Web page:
CALI, Colombia -- Fifteen countries in Latin America and the Caribbean have confirmed their participation in a path breaking project to unify and share indicators on crime and violence at a citizen security conference held in Cali, Colombia. In addition, Bolivia, Guatemala and Panama expressed their intention to join the regional initiative.
The two-day event, organized by the Municipality of Cali and the project’s coordinator, the Cisalva Institute of the Universidad del Valle, brought together specialists and government officials. Colombian President Juan Manuel Santos addressed the participants.
The Regional System of Standardized Indicators for Citizen Security and Violence Prevention (SES), which has received IDB grant funding for $2.5 million since 2008, enables Latin American and Caribbean governments to receive timely, reliable, and comparable data for designing and evaluating public security policies and programs.
Before the project, there were no uniform criteria or methodologies on how such data are collected and processed, both among countries and among national institutions, such as the police, prosecutors, or the ministries of public health. This lack of standards resulted in varying population estimates and different interpretations of crimes referred to by the same names, among other complications.
To date, the SES has produced agreements on 22 indicators based on information from more than 140 public institutions in 15 countries and two major cities in the region. The system receives official inputs from Argentina, Colombia, Costa Rica, Dominican Republic, Guyana, Honduras, Jamaica, Mexico, Nicaragua, Paraguay, Peru, and Uruguay, as well as from the Municipality of Quito and the Autonomous City of Buenos Aires.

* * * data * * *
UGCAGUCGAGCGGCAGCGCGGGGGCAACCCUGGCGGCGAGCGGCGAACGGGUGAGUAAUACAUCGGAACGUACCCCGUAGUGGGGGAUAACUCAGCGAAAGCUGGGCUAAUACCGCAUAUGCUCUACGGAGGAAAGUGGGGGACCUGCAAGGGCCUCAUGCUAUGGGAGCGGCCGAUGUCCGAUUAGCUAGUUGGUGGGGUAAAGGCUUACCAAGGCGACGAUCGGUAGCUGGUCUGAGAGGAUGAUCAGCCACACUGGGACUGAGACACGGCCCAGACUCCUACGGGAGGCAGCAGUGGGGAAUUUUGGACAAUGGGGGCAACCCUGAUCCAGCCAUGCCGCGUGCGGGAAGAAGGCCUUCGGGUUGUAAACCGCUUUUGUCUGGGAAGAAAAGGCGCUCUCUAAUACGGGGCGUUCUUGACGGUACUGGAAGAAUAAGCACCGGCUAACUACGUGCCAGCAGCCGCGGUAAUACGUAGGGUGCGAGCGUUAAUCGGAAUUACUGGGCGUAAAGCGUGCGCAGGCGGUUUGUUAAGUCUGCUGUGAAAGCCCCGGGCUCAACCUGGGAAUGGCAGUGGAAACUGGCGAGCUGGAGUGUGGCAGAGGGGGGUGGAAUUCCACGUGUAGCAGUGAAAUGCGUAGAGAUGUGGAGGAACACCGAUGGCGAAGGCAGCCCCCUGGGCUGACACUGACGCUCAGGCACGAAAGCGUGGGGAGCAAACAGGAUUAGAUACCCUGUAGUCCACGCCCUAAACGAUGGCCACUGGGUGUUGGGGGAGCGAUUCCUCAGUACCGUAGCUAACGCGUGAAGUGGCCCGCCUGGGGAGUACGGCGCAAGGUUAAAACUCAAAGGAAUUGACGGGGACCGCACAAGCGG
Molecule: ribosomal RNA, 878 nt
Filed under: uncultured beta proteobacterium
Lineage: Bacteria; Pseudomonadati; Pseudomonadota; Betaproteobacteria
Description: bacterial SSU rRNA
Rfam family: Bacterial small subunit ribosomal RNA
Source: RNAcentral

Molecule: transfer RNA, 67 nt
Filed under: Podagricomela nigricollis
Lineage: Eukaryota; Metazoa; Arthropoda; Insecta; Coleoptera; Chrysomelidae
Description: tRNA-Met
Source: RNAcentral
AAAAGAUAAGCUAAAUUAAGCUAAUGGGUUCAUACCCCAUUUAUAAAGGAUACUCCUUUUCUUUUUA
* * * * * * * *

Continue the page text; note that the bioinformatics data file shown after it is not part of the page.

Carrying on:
SES’s progress and achievements have resulted in an expansion in its membership from its initial six participants. It is expected that 80 percent of the countries of the region will be basing their statistics on SES’s unified parameters by the end of next year. At the same time, the Organization of American States, the United Nations Office on Drugs and Crime, and the Central American Integration System are supporting SES as strategic partners.
In most countries in the region, governments lack reliable information on security, which makes it difficult to formulate, carry out, and evaluate public policies, says Jorge Srur, IDB senior specialist in modernization of the state.
"In our countries, public security is an issue that is literally handled in the dark," said Srur. "Relevant and accurate information is critical for designing policies that can help reduce violence and ensure safety."
Each of the countries participating in the SES has created technical units that validate regional indicators. This makes it possible to compare rates of homicides and kidnappings, deaths from firearm and traffic injuries, suicides, allegations of sexual offenses, domestic violence, and child and adolescent abuse. There are additional data on driving while intoxicated and the prevalence of sexual violence.
Praising the SES as an innovative and useful tool, Cali Mayor Rodrigo Guerrero said other regions and international organizations are studying the new information system.
"This is a tool that can be exported and become a model for other countries," said Guerrero."If we don’t have accurate information we can’t take action to solve problems. The development of indicators points to the causes of the problems, enabling us to develop cures and provide greater security in our cities."